Whether you’re already tracking your cash flow or are just about to start, you probably already know that cash flow forecasting is a straightforward process of monitoring cash in vs. expenses out. There are a variety of ways to track your cash flow, from simple spreadsheets to complex accounting tools. For the lowdown on the information you might want to capture, check out our blog Cashflow – taking control.
When you invest time in forecasting your cash flow, we think one of the most valuable things you can do is to consider how you want to use the information you generate. This will not only allow you to see how you will benefit from the time you take creating your forecast; it will also reaffirm the importance of keeping it up to date, realistic, and simple. Here are some suggestions for actions to prepare for, as a result of the numbers in your cash flow forecast.
Planning purchases and investments
Building a system to track your cash flow – whether it’s a simple spreadsheet or something more complicated – should drive you to plan carefully when you spend your money. Your cash flow forecast will indicate to you when you expect to have income and when you don’t. Likewise it will also highlight your expected outgoings, which may fluctuate month to month.
By optimising the timing of any purchases or investments, you can avoid going into the red and ensure that you have the cash you need available for day to day expenses and other one-off costs. If your forecast shows that you don’t have funds available for a purchase, then you can either delay the spend or take the time to review your finance options. Use your cash flow forecast to take control of your expenditure and protect your cash position.
Survive cash shortages
It would be nice if your cash flow forecast showed that you were going to be in a positive cash position all year round, but very few businesses have that luxury. Some expenses are one-off and others – like salaries – will be constant. If you predict any fluctuations in your costs or income, you may be about to experience a period where you don’t have the cash you need to sustain your business. This could be particularly true if your business is about to enter a growth phase that requires upfront investment before yielding results.
The benefit of your cash flow forecast is that you will get advance warning of your position and be able to work out solutions to keep you on an even keel. Review the timing of payments in as well as out, and consider whether any expenses can be moved to a more cash positive time. If it’s not possible to balance your position by changing timings, you may need to look at your finance options.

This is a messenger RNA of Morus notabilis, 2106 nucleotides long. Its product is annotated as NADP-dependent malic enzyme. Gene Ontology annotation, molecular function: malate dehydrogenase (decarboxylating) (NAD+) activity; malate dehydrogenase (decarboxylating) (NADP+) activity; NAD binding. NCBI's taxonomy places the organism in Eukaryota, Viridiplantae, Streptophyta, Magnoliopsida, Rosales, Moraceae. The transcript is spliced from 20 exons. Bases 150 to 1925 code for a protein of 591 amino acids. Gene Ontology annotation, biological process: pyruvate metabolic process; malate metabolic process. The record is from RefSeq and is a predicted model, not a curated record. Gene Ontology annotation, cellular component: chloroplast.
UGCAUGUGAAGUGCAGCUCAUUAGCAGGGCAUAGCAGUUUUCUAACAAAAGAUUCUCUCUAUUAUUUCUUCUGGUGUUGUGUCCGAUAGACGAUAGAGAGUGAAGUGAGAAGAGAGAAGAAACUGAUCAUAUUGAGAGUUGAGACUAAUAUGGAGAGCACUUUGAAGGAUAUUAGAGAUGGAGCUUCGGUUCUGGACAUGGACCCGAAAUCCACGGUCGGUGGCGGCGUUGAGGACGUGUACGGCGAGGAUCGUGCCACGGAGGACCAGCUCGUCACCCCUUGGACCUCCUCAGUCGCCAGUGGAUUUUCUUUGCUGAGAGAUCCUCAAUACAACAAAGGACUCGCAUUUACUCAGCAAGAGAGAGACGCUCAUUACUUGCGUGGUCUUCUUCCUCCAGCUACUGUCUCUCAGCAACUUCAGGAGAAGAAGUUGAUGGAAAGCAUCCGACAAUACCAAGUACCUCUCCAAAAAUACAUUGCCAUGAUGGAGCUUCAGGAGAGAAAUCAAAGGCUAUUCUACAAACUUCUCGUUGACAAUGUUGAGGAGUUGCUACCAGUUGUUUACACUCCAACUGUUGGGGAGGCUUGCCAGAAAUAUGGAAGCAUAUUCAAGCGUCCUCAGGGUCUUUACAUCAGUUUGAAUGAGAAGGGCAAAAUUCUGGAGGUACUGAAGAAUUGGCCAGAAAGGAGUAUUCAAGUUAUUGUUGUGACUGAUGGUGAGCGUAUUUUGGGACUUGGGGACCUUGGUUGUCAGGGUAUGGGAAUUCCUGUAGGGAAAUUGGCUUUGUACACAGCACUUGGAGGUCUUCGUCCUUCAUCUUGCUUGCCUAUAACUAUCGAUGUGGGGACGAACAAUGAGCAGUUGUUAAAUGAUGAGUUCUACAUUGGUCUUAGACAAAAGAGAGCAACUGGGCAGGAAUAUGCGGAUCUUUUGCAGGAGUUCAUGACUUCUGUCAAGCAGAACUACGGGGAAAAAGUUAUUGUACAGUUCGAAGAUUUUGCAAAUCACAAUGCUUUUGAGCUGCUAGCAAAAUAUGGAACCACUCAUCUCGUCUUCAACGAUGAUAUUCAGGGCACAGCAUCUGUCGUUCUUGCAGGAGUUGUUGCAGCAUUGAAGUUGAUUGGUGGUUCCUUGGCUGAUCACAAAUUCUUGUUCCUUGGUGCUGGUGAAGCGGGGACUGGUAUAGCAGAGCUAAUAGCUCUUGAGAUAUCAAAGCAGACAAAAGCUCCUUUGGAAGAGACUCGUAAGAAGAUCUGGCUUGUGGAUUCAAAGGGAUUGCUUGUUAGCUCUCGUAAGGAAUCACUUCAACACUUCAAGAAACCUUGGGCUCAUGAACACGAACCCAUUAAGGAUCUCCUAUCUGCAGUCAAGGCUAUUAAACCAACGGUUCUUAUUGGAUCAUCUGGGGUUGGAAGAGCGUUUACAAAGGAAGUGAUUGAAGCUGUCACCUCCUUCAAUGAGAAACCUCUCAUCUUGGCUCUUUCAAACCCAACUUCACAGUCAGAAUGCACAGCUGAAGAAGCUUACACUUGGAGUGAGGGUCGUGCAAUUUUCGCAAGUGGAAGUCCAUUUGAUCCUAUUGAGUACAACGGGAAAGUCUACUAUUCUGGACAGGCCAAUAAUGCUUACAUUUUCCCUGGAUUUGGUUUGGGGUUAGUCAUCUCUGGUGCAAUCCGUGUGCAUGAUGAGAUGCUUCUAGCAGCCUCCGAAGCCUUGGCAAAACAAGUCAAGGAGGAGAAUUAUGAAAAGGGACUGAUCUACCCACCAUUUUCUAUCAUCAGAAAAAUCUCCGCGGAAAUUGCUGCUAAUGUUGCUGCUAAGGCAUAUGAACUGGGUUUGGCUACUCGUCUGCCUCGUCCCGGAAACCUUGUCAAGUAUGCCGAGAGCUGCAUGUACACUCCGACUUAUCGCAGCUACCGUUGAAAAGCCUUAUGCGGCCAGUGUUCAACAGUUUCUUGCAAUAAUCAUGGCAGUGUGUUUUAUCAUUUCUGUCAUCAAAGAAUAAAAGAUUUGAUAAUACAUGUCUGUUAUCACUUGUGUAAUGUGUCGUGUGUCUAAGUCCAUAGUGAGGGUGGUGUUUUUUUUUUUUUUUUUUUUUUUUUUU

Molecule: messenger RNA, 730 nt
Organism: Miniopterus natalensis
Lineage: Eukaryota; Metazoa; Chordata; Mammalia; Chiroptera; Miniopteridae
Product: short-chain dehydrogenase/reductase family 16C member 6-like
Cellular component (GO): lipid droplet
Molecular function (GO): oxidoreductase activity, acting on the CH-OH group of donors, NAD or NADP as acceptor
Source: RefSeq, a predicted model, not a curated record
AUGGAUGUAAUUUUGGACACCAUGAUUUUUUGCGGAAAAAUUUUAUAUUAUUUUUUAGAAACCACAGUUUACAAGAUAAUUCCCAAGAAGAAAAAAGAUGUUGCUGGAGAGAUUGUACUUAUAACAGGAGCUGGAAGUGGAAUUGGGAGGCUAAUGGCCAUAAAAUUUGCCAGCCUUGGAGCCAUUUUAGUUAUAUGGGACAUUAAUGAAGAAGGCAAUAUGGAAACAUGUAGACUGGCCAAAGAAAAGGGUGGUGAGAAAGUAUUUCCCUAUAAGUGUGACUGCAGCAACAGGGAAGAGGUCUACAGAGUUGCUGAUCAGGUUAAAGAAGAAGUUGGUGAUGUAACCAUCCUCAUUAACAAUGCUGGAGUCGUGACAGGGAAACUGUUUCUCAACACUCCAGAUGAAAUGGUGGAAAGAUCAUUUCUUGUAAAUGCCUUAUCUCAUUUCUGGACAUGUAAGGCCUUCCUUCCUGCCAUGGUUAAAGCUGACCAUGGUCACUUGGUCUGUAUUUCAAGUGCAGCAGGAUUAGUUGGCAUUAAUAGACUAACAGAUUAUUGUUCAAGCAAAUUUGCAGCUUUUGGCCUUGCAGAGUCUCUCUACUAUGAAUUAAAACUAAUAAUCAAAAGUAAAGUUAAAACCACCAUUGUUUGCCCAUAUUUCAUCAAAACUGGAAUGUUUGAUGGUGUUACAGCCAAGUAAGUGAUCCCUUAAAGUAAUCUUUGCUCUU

Estimate your finance needs
Cash flow forecasts are excellent tools to give you advance warning of a cash shortage that will require financial support. The good news is that because you’ve been able to plan ahead you’ll be able to take the time to find the right finance solution for your business. Your planning should also allow you to predict the length of time that you require finance for – allowing you to minimise the duration of any agreement and therefore reduce the cost. If your cash shortfall is related to new growth opportunities, it’s worth considering options for increasing or decreasing your finance as required in case you need to adjust your forecasts.
Benchmark your performance
If you regularly and realistically forecast your cash flow position then you are creating a valuable tool for reviewing your performance against your estimates. Take the time to review your actual position against your original forecasts, and reflect on the external and internal factors that have led you to over or underperform against your predictions. Don’t forget to celebrate your accuracy if you’re on the mark. Benchmarking your performance will allow you to reflect and reward successes, as well as fine-tuning your forecasts in the future to improve your accuracy.
Test different strategic scenarios
Once you have your cash flow forecast up and running, it’s an excellent tool with which to measure the impact on your business of future strategies and scenarios. By manipulating the numbers in your forecast you can quickly review the impact of changes such as: increasing staff numbers; implementing new products; or exploring new markets. Try to be realistic rather than optimistic with any estimates, and remember to consider the impact on cash coming into the business as well as costs going out.
Cash flow forecasting is a valuable tool if you want to manage the cash position of your business. Understanding your incoming revenue and outgoing costs is an important step on the path to being aware of the potential of your business. Take the time to consider how you will use your cash flow forecast. This will help to demonstrate the value of the information that is kept up to date and the estimates that are calculated and reviewed. The power of a cash flow forecast is in the frequency with which it is updated and the regularity with which it is referred to and reviewed within a business. Bring yours to life with a good understanding of the potential to manage the way that you do business by better understanding tomorrow’s financial position.
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